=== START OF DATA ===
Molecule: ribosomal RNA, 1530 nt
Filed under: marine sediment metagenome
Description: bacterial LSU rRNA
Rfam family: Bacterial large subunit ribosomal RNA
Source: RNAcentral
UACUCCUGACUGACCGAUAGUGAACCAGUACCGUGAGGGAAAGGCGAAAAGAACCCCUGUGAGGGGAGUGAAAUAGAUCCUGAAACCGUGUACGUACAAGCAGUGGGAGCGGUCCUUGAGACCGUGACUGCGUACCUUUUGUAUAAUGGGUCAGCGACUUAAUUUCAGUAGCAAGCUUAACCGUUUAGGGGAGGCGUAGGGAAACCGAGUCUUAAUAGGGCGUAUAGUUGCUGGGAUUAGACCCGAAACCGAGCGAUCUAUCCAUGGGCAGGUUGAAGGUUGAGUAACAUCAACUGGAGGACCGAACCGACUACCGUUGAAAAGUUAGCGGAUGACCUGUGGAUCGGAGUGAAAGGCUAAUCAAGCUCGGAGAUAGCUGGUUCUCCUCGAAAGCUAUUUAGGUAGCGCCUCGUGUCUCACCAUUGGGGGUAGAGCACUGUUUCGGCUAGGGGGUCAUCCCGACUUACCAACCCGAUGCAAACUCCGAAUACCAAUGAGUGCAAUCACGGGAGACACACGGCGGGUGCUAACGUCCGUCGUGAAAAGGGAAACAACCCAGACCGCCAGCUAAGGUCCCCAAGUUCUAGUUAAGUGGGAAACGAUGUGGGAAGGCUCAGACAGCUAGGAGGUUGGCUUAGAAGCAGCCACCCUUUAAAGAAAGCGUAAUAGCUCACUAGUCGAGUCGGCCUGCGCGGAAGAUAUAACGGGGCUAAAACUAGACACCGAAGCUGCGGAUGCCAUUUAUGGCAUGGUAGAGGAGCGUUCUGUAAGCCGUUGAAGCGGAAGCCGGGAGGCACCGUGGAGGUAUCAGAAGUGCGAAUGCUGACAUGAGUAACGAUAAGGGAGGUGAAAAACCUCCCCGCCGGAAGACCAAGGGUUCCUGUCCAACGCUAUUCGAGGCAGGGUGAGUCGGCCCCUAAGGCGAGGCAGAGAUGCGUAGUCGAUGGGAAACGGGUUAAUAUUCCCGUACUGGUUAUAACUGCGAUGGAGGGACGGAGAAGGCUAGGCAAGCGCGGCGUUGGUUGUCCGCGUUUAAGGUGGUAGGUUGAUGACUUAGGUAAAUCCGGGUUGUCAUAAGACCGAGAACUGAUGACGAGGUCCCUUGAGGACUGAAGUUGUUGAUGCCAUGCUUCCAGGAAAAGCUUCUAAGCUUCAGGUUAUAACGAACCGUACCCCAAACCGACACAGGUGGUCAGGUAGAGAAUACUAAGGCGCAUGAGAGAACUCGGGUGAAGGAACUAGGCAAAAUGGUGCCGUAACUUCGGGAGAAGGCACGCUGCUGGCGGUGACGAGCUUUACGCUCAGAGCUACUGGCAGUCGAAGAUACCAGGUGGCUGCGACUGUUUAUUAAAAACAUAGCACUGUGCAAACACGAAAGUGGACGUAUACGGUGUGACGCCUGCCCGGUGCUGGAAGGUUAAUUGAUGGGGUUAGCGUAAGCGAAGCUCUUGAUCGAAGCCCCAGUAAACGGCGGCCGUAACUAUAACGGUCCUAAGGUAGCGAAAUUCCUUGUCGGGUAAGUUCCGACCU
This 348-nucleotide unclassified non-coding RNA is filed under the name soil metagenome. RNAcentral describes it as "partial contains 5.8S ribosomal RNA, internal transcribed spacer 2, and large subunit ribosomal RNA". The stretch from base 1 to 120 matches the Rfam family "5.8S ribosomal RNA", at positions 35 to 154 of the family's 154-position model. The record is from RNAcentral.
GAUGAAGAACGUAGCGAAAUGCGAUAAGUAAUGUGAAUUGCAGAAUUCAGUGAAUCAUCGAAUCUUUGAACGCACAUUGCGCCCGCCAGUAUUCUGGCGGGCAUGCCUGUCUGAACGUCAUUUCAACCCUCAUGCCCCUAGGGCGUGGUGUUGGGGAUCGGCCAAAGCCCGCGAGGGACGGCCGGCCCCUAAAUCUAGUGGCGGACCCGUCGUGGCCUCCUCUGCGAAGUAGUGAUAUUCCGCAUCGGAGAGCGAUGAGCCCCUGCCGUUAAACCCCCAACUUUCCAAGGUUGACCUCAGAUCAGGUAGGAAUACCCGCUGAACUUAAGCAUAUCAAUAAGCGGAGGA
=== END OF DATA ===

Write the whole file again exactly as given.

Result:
Molecule: ribosomal RNA, 1530 nt
Filed under: marine sediment metagenome
Description: bacterial LSU rRNA
Rfam family: Bacterial large subunit ribosomal RNA
Source: RNAcentral
UACUCCUGACUGACCGAUAGUGAACCAGUACCGUGAGGGAAAGGCGAAAAGAACCCCUGUGAGGGGAGUGAAAUAGAUCCUGAAACCGUGUACGUACAAGCAGUGGGAGCGGUCCUUGAGACCGUGACUGCGUACCUUUUGUAUAAUGGGUCAGCGACUUAAUUUCAGUAGCAAGCUUAACCGUUUAGGGGAGGCGUAGGGAAACCGAGUCUUAAUAGGGCGUAUAGUUGCUGGGAUUAGACCCGAAACCGAGCGAUCUAUCCAUGGGCAGGUUGAAGGUUGAGUAACAUCAACUGGAGGACCGAACCGACUACCGUUGAAAAGUUAGCGGAUGACCUGUGGAUCGGAGUGAAAGGCUAAUCAAGCUCGGAGAUAGCUGGUUCUCCUCGAAAGCUAUUUAGGUAGCGCCUCGUGUCUCACCAUUGGGGGUAGAGCACUGUUUCGGCUAGGGGGUCAUCCCGACUUACCAACCCGAUGCAAACUCCGAAUACCAAUGAGUGCAAUCACGGGAGACACACGGCGGGUGCUAACGUCCGUCGUGAAAAGGGAAACAACCCAGACCGCCAGCUAAGGUCCCCAAGUUCUAGUUAAGUGGGAAACGAUGUGGGAAGGCUCAGACAGCUAGGAGGUUGGCUUAGAAGCAGCCACCCUUUAAAGAAAGCGUAAUAGCUCACUAGUCGAGUCGGCCUGCGCGGAAGAUAUAACGGGGCUAAAACUAGACACCGAAGCUGCGGAUGCCAUUUAUGGCAUGGUAGAGGAGCGUUCUGUAAGCCGUUGAAGCGGAAGCCGGGAGGCACCGUGGAGGUAUCAGAAGUGCGAAUGCUGACAUGAGUAACGAUAAGGGAGGUGAAAAACCUCCCCGCCGGAAGACCAAGGGUUCCUGUCCAACGCUAUUCGAGGCAGGGUGAGUCGGCCCCUAAGGCGAGGCAGAGAUGCGUAGUCGAUGGGAAACGGGUUAAUAUUCCCGUACUGGUUAUAACUGCGAUGGAGGGACGGAGAAGGCUAGGCAAGCGCGGCGUUGGUUGUCCGCGUUUAAGGUGGUAGGUUGAUGACUUAGGUAAAUCCGGGUUGUCAUAAGACCGAGAACUGAUGACGAGGUCCCUUGAGGACUGAAGUUGUUGAUGCCAUGCUUCCAGGAAAAGCUUCUAAGCUUCAGGUUAUAACGAACCGUACCCCAAACCGACACAGGUGGUCAGGUAGAGAAUACUAAGGCGCAUGAGAGAACUCGGGUGAAGGAACUAGGCAAAAUGGUGCCGUAACUUCGGGAGAAGGCACGCUGCUGGCGGUGACGAGCUUUACGCUCAGAGCUACUGGCAGUCGAAGAUACCAGGUGGCUGCGACUGUUUAUUAAAAACAUAGCACUGUGCAAACACGAAAGUGGACGUAUACGGUGUGACGCCUGCCCGGUGCUGGAAGGUUAAUUGAUGGGGUUAGCGUAAGCGAAGCUCUUGAUCGAAGCCCCAGUAAACGGCGGCCGUAACUAUAACGGUCCUAAGGUAGCGAAAUUCCUUGUCGGGUAAGUUCCGACCU
This 348-nucleotide unclassified non-coding RNA is filed under the name soil metagenome. RNAcentral describes it as "partial contains 5.8S ribosomal RNA, internal transcribed spacer 2, and large subunit ribosomal RNA". The stretch from base 1 to 120 matches the Rfam family "5.8S ribosomal RNA", at positions 35 to 154 of the family's 154-position model. The record is from RNAcentral.
GAUGAAGAACGUAGCGAAAUGCGAUAAGUAAUGUGAAUUGCAGAAUUCAGUGAAUCAUCGAAUCUUUGAACGCACAUUGCGCCCGCCAGUAUUCUGGCGGGCAUGCCUGUCUGAACGUCAUUUCAACCCUCAUGCCCCUAGGGCGUGGUGUUGGGGAUCGGCCAAAGCCCGCGAGGGACGGCCGGCCCCUAAAUCUAGUGGCGGACCCGUCGUGGCCUCCUCUGCGAAGUAGUGAUAUUCCGCAUCGGAGAGCGAUGAGCCCCUGCCGUUAAACCCCCAACUUUCCAAGGUUGACCUCAGAUCAGGUAGGAAUACCCGCUGAACUUAAGCAUAUCAAUAAGCGGAGGA